In the final days of 2019, choreographer Rafael Bonachela returned to Cuba to work with Acosta Danza dancers. His duet Soledad, is part of the program Bodies, the new season that the company directed by first dancer Carlos Acosta, presents on January 24th, 25th, 26th and 31st and February 1st and 2nd, at the Great Theater of Havana Alicia Alonso We had a talk with the artist about this dramatic love duo.
—How does the idea of creating Soledad is born?
—In 2005, dancers Antonia Grove and Theo Clinckard founded PROVE an independent dance project in London. Just then I had decided to stop dancing professionally and I wanted to devote myself fully to choreography. They hired me for a work for ‘PROVE’ and then I created Soledad, something that it meant a lot to me at the time of my career. Tony and Theo are magnificent dancers whom I knew very well, even Tony and I had danced together at the Rambert Dance Company. They bet for me and it was the beginning of my adventure as a choreographer.
- How was the creative work?
- Collaboration is always at the core of my creativity. I involve dancers a lot during the creative process. I think it’s important that there’s a dialogue to open the doors to change, to discovery, and to find new ways of communication through the body and movement.
«In the process of creation different ideas were proposed connected to the essence of the work. With those ideas in mind, we made a series of improvisations and experiments. From there it was generated the movement language implicit in the work.
«Soledad is a technical duo, very physical, but at the same time private and with small gestures. Both men and women alike have to manipulate, hold each other, pull and push each other. There is a lot of contact and connection to give weight to the dancers. It’s essential that there is trust between them so that they can throw themselves and risk being carried away by each other ».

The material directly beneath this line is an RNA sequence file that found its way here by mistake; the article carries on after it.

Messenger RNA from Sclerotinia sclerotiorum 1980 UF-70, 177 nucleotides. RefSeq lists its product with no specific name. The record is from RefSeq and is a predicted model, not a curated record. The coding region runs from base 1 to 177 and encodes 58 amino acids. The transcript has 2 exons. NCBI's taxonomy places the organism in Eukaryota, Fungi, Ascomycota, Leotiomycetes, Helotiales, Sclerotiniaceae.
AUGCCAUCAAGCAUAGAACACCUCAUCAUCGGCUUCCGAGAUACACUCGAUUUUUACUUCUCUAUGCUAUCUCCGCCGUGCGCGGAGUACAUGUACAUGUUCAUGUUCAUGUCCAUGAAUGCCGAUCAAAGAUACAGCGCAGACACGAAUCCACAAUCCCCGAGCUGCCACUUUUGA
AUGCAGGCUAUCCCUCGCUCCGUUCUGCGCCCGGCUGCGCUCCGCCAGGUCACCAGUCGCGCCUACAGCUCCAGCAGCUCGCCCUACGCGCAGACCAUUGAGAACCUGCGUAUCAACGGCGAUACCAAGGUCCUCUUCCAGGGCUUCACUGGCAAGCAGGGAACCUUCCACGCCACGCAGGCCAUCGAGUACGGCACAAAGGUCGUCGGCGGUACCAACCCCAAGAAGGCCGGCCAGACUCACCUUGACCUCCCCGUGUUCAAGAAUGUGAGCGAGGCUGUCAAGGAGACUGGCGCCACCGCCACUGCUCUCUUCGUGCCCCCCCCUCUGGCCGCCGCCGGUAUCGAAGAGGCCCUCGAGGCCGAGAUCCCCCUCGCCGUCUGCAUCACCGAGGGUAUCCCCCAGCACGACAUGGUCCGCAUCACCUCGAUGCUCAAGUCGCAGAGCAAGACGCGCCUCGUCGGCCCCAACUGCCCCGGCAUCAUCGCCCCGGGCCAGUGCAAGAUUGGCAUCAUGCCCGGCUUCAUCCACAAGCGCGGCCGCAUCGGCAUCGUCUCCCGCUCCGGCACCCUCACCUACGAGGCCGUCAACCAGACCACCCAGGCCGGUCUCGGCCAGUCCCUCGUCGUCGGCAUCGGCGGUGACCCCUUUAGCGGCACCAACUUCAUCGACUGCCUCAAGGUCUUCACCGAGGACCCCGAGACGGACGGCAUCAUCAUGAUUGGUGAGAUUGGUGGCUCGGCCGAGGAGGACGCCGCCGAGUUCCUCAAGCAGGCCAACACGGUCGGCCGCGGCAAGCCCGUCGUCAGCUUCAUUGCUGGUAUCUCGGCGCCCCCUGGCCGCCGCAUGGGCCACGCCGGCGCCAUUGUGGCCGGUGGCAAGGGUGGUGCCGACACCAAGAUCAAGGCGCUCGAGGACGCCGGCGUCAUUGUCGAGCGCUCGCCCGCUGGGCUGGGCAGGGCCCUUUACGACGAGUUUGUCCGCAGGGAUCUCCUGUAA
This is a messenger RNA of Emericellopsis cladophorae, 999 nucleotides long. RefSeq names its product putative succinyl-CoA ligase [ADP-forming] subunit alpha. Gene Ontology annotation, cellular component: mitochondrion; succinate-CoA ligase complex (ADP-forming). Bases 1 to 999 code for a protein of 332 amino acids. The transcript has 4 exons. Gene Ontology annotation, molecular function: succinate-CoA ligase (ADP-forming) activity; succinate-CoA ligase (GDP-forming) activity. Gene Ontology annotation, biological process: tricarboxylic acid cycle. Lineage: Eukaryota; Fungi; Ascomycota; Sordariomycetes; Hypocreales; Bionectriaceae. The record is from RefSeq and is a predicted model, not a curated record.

- What moment in the relationship of a couple does this work reflect?
—I’d say that, from the most tender, delicate and intimate moment to the most passionate, fierce, and savage. They are two people who love each other, protect each other and sometimes don’t understand each other: a relationship with all their colors.
—The music of Soledad belongs to Latin American composers and performers, with the exception of violinist Gidon Kremer. Why did you choose this music to tell such a universal story?
"Being Spanish who lived in London, I really wanted to choreograph with Latin music and I chose songs that I had always liked and that I knew would inspire me."
«I discovered the music of Chavela Vargas through Pedro Almodóvar's films, I really like her tone of voice and passion of the lyrics. I am fascinated by stringed instruments and Piazzolla’s music and played by Gidon Kremer gives a psychological tension to the work and a Latin melancholy that I could not resist.
Rafael Bonachela is one of the best known Spanish choreographers in the international dance arena. Artistic director of the Sydney Dance Company, he has created works for companies like the Transitions Dance Company, of the United Kingdom, Contemporary Dance of Cuba and the Dance Works Rotterdam, among others. He has also worked for famous artists like singer Kylie Minogue, for companies like MTV and has collaborated in several advertising campaigns.
—How did you establish the link with Acosta Danza?
—I have followed the company's trajectory since it was founded. Carlos and I have always talked about a possible collaboration and when I saw them dancing at the Grec Festival in Barcelona I thought Soledad would be the perfect piece for the company.
—What is your opinion about the interpretation of Soledad by Acosta Danza, after working with our dancers?
—They are very well prepared dancers, with a solid classical and contemporary base and that is the best combination to dance my works. On top of that, they are open minded artists and intelligent bodies. Their performance is very good, very consistent and daring. It’s a pleasure to watch them completely devoted and get carried away by the dance.
- Do the Acosta Danza dancers offer any contribution in their interpretation of Soledad, different from the rest of the artists who have danced it?
—It has always been said that Cubans have music in their blood and these dancers have a special connection with Latin American music that supports the play, they feel it to the core and of course they also understand the lyrics and their meaning. The diversity of the company is something that enriches the work, there is a strength and above all a sensuality in the interpretation of these dancers which is unique.